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Categories Asia-Pacific, Reducing Malnutrition

A Key Advocate for Better Nutrition in West Africa

President Monteiro

This post was written by Shawn Baker, HKI’s vice president and regional director for Africa.

Nutrition is truly an adventure – and you end up doing so many things that you never even imagined when getting training at university. This last week has been a huge privilege, engaging for four days with one of the most respected statesmen of West Africa, President António Manuel Mascarenhas Gomes Monteiro (photo at left), former head of state of Cape Verde, to discuss the issues of undernutrition in West Africa.

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Categories Africa, Reducing Malnutrition

How a Transformational Experience Led to a Life Spent in Public Health: Meet HKI’s Shawn Baker

An interview with HKI's Vice President and Regional Director for Africa
shawn with baby

Since Shawn Baker recently blogged about his experiences traveling with NY Times Columnist Nicholas Kristof, we thought it would be a good time to get to know Helen Keller International’s VP and Regional Director for Africa a little better.  I sat down with Shawn who told me of a moving experience he had that helped determine the course of his life and his 29-year career as a leader in public health.

How this marine biologist got into public health: “What most people don’t know about me is that I’m supposed to be a marine biologist. I grew up watching too many Jacques Cousteau documentaries and studied marine biology at University. My foray into international development work started out as a two-year hiatus as a Peace Corps volunteer in what was then Zaïre (now Democratic Republic of Congo), which has ended up being a 29-year hiatus. It just shows the impact a life-changing experience can have.

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Categories Africa, Helen Keller, Preventing Blindness, Reducing Malnutrition, Staff Profiles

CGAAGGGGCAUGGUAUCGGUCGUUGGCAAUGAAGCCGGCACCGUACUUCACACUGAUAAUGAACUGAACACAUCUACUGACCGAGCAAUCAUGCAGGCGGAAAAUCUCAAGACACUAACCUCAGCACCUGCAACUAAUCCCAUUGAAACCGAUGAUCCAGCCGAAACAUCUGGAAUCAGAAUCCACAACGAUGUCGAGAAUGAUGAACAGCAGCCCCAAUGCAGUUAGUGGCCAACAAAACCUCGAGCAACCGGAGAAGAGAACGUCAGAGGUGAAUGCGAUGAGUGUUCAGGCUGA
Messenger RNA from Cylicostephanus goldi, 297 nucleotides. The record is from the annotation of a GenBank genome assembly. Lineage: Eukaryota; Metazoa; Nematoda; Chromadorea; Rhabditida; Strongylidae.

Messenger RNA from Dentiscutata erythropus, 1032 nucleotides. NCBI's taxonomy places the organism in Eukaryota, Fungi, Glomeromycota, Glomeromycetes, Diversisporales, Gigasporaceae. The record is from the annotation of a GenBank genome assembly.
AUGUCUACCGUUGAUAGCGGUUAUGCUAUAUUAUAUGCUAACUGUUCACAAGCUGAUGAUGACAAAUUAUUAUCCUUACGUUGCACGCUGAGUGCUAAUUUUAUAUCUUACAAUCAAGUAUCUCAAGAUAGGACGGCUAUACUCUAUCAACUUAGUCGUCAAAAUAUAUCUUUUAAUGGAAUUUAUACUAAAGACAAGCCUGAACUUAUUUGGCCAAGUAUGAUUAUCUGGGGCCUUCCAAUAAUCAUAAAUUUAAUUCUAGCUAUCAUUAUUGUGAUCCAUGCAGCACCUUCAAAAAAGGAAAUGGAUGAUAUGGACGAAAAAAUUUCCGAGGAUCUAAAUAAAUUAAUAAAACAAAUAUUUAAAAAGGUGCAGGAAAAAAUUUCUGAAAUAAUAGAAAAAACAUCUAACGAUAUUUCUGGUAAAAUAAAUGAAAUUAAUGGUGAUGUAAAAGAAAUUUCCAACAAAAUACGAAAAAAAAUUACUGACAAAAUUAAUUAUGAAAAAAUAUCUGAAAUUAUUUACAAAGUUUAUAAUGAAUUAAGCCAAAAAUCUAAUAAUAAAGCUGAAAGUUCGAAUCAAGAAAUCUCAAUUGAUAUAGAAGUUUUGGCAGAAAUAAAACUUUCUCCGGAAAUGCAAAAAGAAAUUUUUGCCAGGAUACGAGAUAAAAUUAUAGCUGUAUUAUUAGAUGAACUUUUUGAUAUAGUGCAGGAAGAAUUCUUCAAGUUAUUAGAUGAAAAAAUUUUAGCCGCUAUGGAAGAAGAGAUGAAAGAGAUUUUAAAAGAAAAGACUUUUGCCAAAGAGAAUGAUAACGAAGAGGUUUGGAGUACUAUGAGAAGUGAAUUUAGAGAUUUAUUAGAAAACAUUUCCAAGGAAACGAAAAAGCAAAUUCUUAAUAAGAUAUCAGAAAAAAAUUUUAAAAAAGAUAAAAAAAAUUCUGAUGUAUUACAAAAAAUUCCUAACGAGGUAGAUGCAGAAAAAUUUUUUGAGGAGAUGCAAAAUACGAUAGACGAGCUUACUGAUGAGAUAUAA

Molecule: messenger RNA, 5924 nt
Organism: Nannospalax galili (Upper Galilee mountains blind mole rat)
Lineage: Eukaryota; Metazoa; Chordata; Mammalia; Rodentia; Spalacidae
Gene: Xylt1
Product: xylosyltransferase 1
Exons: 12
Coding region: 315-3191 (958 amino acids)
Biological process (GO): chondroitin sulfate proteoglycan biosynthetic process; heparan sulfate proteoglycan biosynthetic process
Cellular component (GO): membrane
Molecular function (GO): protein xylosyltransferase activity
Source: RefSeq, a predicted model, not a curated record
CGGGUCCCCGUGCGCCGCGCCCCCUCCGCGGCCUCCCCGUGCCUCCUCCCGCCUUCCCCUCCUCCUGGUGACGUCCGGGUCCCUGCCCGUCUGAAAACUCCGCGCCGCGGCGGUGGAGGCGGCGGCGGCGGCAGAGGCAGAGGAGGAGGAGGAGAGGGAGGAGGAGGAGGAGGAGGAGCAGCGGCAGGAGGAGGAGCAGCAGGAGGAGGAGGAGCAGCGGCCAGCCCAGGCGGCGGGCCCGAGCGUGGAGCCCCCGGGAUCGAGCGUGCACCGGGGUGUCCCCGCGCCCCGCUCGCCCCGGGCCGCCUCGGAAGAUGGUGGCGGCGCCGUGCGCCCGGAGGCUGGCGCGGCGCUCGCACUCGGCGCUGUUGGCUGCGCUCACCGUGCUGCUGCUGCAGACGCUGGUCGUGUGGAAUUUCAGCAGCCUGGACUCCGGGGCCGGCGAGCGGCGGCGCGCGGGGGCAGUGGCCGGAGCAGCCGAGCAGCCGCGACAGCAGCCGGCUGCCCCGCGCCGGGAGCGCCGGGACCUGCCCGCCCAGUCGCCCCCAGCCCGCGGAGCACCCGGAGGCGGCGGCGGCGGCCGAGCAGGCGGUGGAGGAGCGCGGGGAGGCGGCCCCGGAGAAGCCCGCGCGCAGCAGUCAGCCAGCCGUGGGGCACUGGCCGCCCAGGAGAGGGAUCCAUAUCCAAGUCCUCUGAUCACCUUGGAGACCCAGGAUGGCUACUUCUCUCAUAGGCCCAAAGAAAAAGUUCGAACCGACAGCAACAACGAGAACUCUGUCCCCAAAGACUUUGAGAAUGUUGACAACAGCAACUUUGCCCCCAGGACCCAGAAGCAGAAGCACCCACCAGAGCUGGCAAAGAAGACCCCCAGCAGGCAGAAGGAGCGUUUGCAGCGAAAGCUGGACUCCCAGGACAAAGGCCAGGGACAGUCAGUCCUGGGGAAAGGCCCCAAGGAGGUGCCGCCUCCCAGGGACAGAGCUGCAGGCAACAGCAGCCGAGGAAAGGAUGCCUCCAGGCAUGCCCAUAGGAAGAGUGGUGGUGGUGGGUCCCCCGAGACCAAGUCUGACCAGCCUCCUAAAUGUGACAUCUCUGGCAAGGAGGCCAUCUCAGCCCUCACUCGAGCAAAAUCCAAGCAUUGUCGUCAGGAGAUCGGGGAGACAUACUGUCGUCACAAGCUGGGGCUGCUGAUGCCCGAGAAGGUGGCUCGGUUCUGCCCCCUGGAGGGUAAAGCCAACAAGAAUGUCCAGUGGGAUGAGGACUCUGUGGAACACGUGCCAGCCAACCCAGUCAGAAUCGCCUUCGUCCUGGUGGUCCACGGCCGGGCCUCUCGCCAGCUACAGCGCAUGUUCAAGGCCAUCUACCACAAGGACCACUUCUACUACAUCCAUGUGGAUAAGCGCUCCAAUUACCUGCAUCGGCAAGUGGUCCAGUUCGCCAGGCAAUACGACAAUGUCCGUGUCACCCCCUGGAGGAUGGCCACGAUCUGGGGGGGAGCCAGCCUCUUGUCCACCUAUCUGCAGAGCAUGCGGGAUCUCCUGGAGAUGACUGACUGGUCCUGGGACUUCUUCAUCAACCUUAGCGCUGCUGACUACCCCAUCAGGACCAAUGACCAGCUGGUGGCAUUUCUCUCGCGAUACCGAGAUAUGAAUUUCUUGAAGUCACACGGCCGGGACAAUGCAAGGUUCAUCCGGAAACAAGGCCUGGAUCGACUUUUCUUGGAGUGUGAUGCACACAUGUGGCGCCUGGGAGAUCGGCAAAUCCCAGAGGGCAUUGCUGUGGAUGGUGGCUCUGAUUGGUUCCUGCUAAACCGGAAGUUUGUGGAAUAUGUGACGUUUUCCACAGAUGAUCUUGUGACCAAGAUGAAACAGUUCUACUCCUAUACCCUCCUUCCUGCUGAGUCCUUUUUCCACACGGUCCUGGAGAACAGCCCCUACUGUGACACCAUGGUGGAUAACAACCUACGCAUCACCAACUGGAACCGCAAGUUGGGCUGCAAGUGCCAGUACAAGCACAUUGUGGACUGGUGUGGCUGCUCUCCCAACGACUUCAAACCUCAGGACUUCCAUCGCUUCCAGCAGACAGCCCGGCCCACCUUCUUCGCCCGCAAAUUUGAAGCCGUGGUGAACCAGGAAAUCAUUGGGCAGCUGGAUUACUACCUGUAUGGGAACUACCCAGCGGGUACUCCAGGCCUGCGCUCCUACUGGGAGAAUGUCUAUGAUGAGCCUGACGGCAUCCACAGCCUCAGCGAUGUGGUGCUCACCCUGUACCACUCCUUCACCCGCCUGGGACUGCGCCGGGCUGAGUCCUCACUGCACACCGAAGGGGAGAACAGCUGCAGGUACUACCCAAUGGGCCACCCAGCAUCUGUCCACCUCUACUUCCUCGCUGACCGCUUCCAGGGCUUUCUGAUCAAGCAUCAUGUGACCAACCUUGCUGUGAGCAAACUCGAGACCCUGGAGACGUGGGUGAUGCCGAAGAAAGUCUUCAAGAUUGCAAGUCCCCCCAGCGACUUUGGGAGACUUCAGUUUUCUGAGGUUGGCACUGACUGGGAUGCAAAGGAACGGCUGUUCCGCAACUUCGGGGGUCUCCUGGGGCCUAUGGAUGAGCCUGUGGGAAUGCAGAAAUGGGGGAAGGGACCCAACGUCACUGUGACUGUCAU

End of the Adventure: Five Strategies for Fighting Malnutrition

Doug reflects on how HKI is preventing blindness and reducing malnutrition for the most vulnerable in West Africa.
Breastfeeding in Kolifo

Today, we drove the 150 miles from Fada N’Gourma to Ouagadougou – the last leg before flying out tomorrow morning. On arriving in Ouagadougou, Nicholas Kristof and the “Win-a-Trip” winners visited a center for supporting people living with HIV. Over the course of the past week, Shawn Baker and I have accompanied Nick through four countries – Mauritania, Senegal, Niger and Burkina Faso. We’ve been in numerous villages, and we’ve spoken in depth with many people – mostly women – about the challenges of their lives and the solutions to help improve their lot.

In pursuit of HKI’s mission to prevent blindness and reduce undernutrition, we focus on two major program areas in Africa – fighting malnutrition (particularly micronutrient deficiency), and controlling certain tropical diseases, such as trachoma and onchocerciasis. During this past week, we have seen some successful programs in each of these areas. During these days, I’ve been reflecting on HKI’s approach to reducing malnutrition.

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Categories Africa, Preventing Blindness, Reducing Malnutrition